1. Smith and Jones have nearly identical three-year numbers, so that can’t be the explanation of the difference in their contract offers; and
  2. There’s this OTHER difference between Smith and Jones - appearance, skin color, fan preference, whatever - that’s pretty salient; so
  3. That other difference must be what accounts for their different offers.

Such an argument, though, would be demonstrably faulty: for you’d have failed to take into account the many other less-newsworthy but still quite plausible explanations that might be given to account for their different offers - in this case, the most obvious one would be the different YEARLY statistics that the two players put up. But if you were a sportswriter with an agenda, this wouldn’t matter to you: you could gloss over these natural explanations in order to get on your moral high horse, and argue - or perhaps just insinuate - that something unjust was going on. You know, “Come and see the violence inherent in the system,” and all that.

Which brings me back to Charlie Weis. Here’s the illustrious Gene Wojciechowski, writing for ESPN.com:

When [Tyrone] Willingham finished 6-5 in his third year (by the way, he beat eighth-ranked Michigan, ninth-ranked Tennessee, Michigan State and Navy), [Notre Dame President Rev. John] Jenkins called for the punt formation. It is that glaring difference in treatment that legitimizes questions asking whether Willingham’s firing was racially motivated. If nothing else, it keeps alive the perception that racial undertones were at work.

Wojciechowski’s argument has exactly the same form as the inanely stupid one offered by our hypothetical journalist-with-an-agenda: since Explanation A (in this case, the coaches’ records in their third seasons) doesn’t account for the difference in treatment, it simply MUST be based on something MUCH more insidious, and the most reasonable candidate is skin color.

Of course, Wojciechowski doesn’t actually come out and SAY that it’s a matter of racism: he simply says that the situation “legitimizes questions” about such a possibility, and “keeps alive the perception” that this might be so. But the same could be said for, say, the government’s response to crazy conspiracy theories about 9/11 or the JFK assassination: MAYBE the reason they’re not addressing these theories is because of a huge cover-up, but it’s much more likely to be due to the inanity of the theories themselves.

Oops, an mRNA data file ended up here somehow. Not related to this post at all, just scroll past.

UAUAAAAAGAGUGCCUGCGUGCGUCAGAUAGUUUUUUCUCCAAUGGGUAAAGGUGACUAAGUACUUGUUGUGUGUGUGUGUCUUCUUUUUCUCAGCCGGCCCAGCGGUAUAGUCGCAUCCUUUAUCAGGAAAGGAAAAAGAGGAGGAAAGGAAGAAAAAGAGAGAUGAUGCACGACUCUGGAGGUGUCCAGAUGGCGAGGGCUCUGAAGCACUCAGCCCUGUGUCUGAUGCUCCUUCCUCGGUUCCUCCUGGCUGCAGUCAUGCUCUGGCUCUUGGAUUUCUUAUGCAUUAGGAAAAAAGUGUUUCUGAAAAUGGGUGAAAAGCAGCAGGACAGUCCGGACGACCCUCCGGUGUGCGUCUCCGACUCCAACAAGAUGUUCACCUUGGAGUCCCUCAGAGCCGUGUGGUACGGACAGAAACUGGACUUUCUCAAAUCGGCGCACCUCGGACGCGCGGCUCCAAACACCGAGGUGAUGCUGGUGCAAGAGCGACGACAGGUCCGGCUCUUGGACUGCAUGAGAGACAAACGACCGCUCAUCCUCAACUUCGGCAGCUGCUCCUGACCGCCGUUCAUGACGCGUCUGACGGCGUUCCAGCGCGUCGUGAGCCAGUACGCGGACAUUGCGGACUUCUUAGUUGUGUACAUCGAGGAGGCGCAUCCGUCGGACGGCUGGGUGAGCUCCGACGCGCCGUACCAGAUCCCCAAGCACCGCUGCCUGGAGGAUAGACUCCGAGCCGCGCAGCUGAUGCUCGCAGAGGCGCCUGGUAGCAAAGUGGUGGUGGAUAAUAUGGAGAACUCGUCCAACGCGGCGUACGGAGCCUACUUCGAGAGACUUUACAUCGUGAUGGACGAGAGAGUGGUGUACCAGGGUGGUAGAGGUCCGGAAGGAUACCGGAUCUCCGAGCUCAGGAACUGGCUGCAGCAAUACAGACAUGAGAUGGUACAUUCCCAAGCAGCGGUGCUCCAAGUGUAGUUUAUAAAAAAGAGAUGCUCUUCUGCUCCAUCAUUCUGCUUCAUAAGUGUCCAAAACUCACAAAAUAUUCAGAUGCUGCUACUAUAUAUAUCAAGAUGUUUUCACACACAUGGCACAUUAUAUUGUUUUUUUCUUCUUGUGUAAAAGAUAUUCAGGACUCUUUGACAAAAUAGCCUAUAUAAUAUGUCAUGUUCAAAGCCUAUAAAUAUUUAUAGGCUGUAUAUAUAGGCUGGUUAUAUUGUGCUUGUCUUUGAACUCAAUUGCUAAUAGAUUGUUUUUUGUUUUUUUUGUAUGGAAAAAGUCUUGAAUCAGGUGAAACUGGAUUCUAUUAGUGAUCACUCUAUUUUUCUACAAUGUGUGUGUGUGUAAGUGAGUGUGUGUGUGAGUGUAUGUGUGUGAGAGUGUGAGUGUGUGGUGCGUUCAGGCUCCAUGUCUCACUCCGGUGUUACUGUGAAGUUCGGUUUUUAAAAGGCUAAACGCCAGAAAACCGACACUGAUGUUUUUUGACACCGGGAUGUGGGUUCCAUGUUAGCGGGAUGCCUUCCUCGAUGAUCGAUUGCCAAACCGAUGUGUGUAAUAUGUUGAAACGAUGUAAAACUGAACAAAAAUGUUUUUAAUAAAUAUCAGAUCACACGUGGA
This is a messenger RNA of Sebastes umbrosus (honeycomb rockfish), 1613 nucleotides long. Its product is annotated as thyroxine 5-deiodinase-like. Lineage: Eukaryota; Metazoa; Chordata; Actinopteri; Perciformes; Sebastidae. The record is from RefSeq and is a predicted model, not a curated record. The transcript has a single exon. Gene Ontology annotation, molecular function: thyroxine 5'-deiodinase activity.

The same point applies here: you can say all you want - and Wojciechowski damn near says it all - to paint a picture of Weis and Willingham as coaches with nearly identical tenures, but the fact is that there’s a completely race-independent explanation of why Willingham was fired after three years while Weis won’t be:

The obvious explanation for the Weis/Willingham situation is, in other words, just like that of the Smith/Jones one: namely that TWO IS GREATER THAN ONE. Willingham was fired in 2004 because he’d had TWO straight mediocre seasons (not to mention a prior record as a head coach) that strongly suggested that 2002, i.e. his ONE good year, was the same sort of aberration as our hypothetical Smith’s supposed breakout year, and Weis will be retained beyond 2007 because he has had ONE (very very very) bad season, and the TWO good ones that preceded it suggest that it may (though I stress MAY) be the current one that’s the aberration. When you actually look at the numbers, no explanation could be more obvious than that.

But if, like Wojciechowski, you’re a journalist with an agenda, you can paper over those kinds of statistics. After all, you can’t dispute the numbers:

Weis is 20-14 after his first 34 games; Willingham was 21-13 after the same period and 21-15 when he was fired.

Oh, and in case you haven’t heard, Weis is WHITE, and Willingham is BLACK. Q.E.D.

[APPENDIX: Let me just add two things. (1) I'm NOT saying Charlie Weis is a good head coach, or even that he doesn't deserve to be fired. (2) NOR am I saying that the confidence I once had that Weis could turn this thing around is anything but very fragile right now (see here and here, for example). The ONLY point I was trying to make is that it is simply ridiculous to act as if the only relevant variable differentiating Weis's tenure from Willingham's is the color of their skin. It's not, and Wojciechowski should be ashamed of himself for trafficking in this sort of innuendo. His article embodies all the reasons why so many people in this country are unable to take the issue of racism seriously.]

“Wait ’til next week …”

Monday, November 5th, 2007

So says the Kool-Aid drinker. NEXT week will be the week this team gets it together. NEXT week will be the week Weis’s offensive philosophy really starts to sink in. NEXT week will be the week we finally see the potential that so far has been primarily latent in this young team begin to unleash itself. Be patient. Hold your horses. Just wait ’til next week …

Well, I’ve waited. With high apple pie in July hopes have I waited. And each of the fabled next weeks has come and gone, turning gradually into a this week, then a last week, then a two, three, four weeks ago week. And so far, next week has generally been a week not that different from all the others.

So no, don’t talk any more about next week. And please, PLEASE don’t start talking about next year. There is an awful lot that is wrong with this team, and no amount of fantasizing about the future is going to change that. To be honest, right now I’m happy it’s Monday: at least that means that this week’s next week is almost a week away.

*gulp*

Maybe we can get it going against Air Force, though. I heard they lost to Navy by two scores!